Online reviews needn’t be something you approach with fear and dread – in fact, they can boost your practice.
The trick is to think of reviews as marketing tools, not just performance evaluations. The following statistics show their potential reach:
- 86 percent of U.S. consumers study online reviews of local businesses.
- Forty percent read one to three reviews before making a purchase decision.
- Ten percent regularly share their opinions about a business or brand with their online connections.
- Forty percent share their opinions on social media.
“Soliciting and acknowledging consumer feedback is both an exercise to recruit new customers and to retain existing ones,” writes digital marketer Taral Patel for Brandwatch. “They can strengthen sales and brand loyalty, provided they are integrated into your marketing strategy.”
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Online Reviews are Social Proof
If you’re in business, you’ll get reviews. Here are 11 pointers for turning reviews to your advantage:
- Don’t purchase fake reviews. There are lots of websites – often located in other countries – that will provide positive reviews for a price. Stay away from these services. Consumers can smell a rat. Even if they can’t smell one, they can go to a free site like Fakespot, which evaluates Amazon and Yelp reviews for authenticity. Half a billion online users have visited Fakespot to do an integrity check of business reviews, says Patel.
- Authenticity sells. Real reviews are not always glowing. Sometimes they’re negative. Other times they offer unsolicited or unfeasible suggestions. No matter. You can turn a lump of coal into a diamond with a thoughtful response.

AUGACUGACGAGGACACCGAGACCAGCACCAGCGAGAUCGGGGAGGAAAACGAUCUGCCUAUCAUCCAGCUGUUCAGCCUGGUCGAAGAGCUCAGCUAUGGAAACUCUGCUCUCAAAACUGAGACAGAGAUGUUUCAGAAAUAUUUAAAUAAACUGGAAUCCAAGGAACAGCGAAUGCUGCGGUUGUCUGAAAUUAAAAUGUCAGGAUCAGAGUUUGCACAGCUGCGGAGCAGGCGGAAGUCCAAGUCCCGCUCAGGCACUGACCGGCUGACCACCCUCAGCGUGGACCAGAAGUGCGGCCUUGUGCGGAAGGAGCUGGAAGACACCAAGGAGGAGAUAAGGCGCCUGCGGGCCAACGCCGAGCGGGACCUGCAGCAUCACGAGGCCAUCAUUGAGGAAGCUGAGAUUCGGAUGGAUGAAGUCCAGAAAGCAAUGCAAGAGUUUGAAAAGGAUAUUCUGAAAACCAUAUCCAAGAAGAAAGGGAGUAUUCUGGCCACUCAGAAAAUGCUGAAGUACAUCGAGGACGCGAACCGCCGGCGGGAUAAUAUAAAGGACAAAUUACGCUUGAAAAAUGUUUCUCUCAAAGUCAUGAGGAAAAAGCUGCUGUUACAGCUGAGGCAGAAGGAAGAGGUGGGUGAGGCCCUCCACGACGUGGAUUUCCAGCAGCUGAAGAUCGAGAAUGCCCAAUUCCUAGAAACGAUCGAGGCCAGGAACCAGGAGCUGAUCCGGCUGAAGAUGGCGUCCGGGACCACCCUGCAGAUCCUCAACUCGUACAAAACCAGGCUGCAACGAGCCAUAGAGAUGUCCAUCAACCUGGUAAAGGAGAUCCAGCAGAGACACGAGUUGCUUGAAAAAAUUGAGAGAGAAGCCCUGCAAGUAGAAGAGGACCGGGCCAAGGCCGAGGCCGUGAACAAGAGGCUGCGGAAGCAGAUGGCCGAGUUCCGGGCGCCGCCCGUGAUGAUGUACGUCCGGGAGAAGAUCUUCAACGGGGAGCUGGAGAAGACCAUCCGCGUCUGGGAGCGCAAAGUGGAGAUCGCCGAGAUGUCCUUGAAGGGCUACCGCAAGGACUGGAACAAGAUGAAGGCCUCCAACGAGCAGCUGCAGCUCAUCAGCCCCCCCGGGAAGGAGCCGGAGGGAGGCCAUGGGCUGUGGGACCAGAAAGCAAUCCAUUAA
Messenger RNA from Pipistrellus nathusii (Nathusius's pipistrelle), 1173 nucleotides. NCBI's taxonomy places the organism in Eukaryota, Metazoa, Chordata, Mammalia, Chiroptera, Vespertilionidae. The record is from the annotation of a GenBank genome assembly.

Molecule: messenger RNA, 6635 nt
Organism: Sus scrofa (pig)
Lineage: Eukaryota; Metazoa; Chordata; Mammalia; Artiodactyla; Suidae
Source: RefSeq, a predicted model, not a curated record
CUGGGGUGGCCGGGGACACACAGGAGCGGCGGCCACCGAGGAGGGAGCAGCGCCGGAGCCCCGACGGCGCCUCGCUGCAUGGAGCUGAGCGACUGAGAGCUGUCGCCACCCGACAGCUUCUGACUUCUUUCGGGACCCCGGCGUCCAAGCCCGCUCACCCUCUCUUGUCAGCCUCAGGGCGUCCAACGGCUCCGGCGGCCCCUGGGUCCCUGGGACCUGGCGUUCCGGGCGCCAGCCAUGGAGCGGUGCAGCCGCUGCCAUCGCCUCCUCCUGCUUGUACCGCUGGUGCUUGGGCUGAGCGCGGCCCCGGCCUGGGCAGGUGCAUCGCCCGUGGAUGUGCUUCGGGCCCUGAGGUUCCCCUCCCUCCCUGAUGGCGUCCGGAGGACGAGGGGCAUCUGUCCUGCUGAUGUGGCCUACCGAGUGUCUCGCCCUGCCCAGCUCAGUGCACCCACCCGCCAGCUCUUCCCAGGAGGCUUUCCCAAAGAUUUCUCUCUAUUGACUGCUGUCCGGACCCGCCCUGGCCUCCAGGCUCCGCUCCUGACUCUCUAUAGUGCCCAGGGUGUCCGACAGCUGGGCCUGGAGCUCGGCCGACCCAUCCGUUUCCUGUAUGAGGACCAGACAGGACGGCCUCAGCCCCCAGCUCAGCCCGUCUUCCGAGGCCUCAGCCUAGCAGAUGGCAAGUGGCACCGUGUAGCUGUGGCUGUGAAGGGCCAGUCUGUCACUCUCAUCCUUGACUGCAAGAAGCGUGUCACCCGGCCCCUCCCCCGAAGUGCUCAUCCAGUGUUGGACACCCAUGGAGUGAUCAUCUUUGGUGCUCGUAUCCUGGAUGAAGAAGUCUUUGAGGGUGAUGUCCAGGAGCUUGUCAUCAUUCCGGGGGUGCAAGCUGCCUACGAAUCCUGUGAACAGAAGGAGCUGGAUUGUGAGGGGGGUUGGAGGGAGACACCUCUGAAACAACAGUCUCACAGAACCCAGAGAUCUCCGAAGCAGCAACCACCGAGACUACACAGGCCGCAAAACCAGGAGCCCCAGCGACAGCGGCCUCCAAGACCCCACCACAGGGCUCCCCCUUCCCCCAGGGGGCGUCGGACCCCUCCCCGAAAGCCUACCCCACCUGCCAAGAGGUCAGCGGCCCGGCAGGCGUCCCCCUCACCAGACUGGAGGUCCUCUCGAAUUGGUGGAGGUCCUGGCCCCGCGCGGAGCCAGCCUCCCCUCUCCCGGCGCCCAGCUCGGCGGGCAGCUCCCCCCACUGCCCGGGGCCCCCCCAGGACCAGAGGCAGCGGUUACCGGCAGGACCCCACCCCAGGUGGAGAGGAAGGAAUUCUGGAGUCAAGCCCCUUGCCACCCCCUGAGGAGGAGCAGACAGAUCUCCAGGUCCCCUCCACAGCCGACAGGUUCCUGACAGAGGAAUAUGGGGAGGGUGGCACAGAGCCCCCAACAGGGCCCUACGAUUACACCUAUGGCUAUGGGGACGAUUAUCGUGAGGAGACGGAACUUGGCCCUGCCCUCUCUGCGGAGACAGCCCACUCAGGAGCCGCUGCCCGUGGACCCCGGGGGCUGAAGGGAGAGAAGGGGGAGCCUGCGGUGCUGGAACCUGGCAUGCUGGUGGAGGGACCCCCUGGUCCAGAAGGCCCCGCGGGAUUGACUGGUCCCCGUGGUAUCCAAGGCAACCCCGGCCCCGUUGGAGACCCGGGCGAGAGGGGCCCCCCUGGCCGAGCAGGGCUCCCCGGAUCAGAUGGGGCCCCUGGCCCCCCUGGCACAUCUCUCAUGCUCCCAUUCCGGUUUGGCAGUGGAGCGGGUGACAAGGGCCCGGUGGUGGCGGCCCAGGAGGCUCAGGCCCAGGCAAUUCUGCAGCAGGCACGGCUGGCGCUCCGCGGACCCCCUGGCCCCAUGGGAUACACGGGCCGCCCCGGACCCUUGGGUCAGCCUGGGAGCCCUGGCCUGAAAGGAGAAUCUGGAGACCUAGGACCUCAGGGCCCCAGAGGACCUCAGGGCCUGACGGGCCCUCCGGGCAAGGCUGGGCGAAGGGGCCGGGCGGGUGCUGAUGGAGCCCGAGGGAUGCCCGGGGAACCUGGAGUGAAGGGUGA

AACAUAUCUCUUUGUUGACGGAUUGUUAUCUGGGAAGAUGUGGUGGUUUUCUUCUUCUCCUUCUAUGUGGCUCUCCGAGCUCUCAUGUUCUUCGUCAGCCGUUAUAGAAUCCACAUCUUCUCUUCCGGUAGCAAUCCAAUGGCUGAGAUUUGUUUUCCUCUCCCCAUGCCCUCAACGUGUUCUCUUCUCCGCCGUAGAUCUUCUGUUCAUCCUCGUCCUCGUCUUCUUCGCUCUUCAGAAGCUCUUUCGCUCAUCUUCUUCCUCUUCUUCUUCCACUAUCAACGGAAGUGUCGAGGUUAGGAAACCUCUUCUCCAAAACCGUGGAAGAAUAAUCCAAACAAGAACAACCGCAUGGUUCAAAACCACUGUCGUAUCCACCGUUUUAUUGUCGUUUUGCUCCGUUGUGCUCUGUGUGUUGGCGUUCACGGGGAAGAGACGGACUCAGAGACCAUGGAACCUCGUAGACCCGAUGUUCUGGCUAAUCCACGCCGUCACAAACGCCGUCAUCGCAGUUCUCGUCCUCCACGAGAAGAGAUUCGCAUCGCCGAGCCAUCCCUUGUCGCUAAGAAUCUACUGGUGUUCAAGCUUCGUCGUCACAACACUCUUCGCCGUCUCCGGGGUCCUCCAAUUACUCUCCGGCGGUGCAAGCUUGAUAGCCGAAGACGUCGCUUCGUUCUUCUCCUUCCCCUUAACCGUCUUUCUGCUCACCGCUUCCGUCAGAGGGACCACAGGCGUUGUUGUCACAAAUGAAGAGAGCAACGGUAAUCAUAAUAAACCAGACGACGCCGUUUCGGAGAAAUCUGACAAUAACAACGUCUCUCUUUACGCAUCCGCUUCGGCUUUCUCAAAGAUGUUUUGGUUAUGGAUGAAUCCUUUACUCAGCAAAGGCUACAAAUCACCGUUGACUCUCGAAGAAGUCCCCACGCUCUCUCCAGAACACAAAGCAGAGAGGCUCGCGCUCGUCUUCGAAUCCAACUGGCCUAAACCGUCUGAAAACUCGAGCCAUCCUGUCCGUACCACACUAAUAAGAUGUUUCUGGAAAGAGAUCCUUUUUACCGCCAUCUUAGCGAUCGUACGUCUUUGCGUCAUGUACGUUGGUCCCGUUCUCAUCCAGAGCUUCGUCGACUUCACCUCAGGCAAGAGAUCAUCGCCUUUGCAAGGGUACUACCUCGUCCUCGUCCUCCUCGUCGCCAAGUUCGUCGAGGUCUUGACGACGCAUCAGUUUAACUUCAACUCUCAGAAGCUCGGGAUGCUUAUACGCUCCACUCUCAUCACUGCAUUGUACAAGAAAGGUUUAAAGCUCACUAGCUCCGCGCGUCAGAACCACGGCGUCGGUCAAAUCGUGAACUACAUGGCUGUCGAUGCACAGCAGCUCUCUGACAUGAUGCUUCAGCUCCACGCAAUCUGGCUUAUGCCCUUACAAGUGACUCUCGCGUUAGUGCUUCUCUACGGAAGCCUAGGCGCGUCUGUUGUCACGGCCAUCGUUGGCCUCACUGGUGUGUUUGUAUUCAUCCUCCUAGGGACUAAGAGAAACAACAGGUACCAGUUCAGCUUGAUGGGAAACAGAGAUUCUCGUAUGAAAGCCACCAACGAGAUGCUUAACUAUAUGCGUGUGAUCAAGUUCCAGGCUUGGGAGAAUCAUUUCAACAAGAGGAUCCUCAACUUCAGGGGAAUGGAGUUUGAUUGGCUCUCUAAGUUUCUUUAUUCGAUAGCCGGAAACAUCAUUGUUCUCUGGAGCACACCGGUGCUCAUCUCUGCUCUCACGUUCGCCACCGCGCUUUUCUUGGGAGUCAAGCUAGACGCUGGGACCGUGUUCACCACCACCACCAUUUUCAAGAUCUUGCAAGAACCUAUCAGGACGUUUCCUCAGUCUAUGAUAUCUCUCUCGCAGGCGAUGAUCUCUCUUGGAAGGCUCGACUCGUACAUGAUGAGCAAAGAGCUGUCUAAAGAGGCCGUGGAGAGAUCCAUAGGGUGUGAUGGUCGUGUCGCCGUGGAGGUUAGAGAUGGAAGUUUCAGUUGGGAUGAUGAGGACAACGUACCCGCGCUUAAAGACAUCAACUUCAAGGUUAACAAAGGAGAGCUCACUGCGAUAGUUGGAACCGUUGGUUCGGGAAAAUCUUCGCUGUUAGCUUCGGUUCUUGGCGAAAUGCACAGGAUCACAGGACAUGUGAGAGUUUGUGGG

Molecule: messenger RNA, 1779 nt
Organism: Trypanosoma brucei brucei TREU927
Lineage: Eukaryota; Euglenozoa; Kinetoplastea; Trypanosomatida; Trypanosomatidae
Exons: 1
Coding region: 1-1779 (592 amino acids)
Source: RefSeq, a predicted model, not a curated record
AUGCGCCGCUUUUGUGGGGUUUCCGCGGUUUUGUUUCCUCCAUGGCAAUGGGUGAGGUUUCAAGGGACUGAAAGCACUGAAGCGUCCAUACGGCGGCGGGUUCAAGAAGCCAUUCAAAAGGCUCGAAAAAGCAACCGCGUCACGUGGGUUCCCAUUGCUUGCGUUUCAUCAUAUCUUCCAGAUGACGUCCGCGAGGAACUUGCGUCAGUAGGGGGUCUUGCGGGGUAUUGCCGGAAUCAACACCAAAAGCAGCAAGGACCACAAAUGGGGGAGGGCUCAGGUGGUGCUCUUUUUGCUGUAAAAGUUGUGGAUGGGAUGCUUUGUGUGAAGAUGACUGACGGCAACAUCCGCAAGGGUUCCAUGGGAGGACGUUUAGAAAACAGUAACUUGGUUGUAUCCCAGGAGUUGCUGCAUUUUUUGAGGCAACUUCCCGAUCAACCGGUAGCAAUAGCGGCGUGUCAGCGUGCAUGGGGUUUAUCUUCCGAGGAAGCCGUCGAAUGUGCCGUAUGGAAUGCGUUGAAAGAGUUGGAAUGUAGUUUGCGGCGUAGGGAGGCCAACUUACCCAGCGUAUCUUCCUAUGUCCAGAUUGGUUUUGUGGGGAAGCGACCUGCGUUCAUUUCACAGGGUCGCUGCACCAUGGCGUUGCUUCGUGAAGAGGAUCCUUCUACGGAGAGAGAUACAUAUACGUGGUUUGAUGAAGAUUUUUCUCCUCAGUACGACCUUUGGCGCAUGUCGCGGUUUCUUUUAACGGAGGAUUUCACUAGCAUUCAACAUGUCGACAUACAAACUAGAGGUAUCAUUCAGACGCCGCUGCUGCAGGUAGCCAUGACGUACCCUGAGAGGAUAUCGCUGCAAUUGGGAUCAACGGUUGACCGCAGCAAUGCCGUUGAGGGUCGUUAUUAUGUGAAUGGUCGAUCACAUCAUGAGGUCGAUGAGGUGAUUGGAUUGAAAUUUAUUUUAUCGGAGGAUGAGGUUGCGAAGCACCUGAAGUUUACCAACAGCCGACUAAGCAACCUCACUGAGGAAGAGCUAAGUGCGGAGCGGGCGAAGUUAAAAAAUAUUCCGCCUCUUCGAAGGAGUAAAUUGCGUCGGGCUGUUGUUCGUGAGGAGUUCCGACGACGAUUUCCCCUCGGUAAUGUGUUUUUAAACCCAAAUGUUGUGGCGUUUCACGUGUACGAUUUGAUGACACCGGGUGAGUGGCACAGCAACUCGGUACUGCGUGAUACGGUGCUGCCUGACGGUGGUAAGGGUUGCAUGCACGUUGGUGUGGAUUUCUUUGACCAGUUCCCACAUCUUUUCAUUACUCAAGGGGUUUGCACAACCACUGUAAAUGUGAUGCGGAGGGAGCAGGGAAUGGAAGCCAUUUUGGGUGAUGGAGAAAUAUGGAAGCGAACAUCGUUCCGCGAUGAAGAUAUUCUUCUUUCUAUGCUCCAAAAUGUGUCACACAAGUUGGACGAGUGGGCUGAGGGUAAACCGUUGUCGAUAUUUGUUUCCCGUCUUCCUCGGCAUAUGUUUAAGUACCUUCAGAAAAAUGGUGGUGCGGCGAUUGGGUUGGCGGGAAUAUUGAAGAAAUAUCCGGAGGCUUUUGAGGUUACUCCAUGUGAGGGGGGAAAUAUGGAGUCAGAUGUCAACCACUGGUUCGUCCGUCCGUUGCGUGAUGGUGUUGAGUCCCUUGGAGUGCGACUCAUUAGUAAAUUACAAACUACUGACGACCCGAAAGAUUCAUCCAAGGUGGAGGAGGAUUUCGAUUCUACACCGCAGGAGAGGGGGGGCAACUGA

- All word of mouth advertising – good or bad – has value. Car manufacturers like Nissan get this. They created web pages dedicated to sharing their customer’s auto reviews and ratings.
- Ask your clients for a review. Don’t be shy. Nothing is better than a positive review from a satisfied client.
- Use email to solicit reviews. If you have an email subscription list, you’ve already got a ready-made fan base. In your next eblast or e-newsletter, include a Call to Action asking recipients to post a review. Don’t have an email list? Add a window or popup to your website for people to sign up.
- Share positive reviews. “When others see that people are leaving you great reviews, they’ll be more inclined to do so themselves,” writes Syed Balkhi in Entrepreneur. “In fact, according to Psychology Today, people look at what others are doing to learn what’s correct. That’s social proof in action.”
- Reply to all reviews. Don’t just respond to negative postings. Acknowledge positive ones as well. This shows future clients that you’re active and engaged online. Balkhi cites this study in the Harvard Business Review, which found that replying to customer reviews (good and bad) results in better ratings overall. In the study, subjects who read a response to a scathing comment left a higher “star” higher rating than subjects who read no response.
- Look for opportunities for growth. Seeing a pattern of reviews that are critical of your office accessibility, billing practices or communication style? Make changes. Don’t get bitter, get better.
- Sign up for social media notifications. Media management software such as Sprout Social, Google Alerts and Buffer make it easy to be alerted when you’re mentioned online.
- Use best practices when responding. Never argue with a client or former client online. Consider calling them to discuss the situation. If their complaint has merit, take steps to fix the problem. Remain polite and professional. Don’t use cut-and-paste responses. Never use profanity, hate language or religious/ethnic/racial references.
- Provide excellent service. A great client experience will lead to a great review. Don’t forget to say please and thank you. A personal note could earn you five stars.
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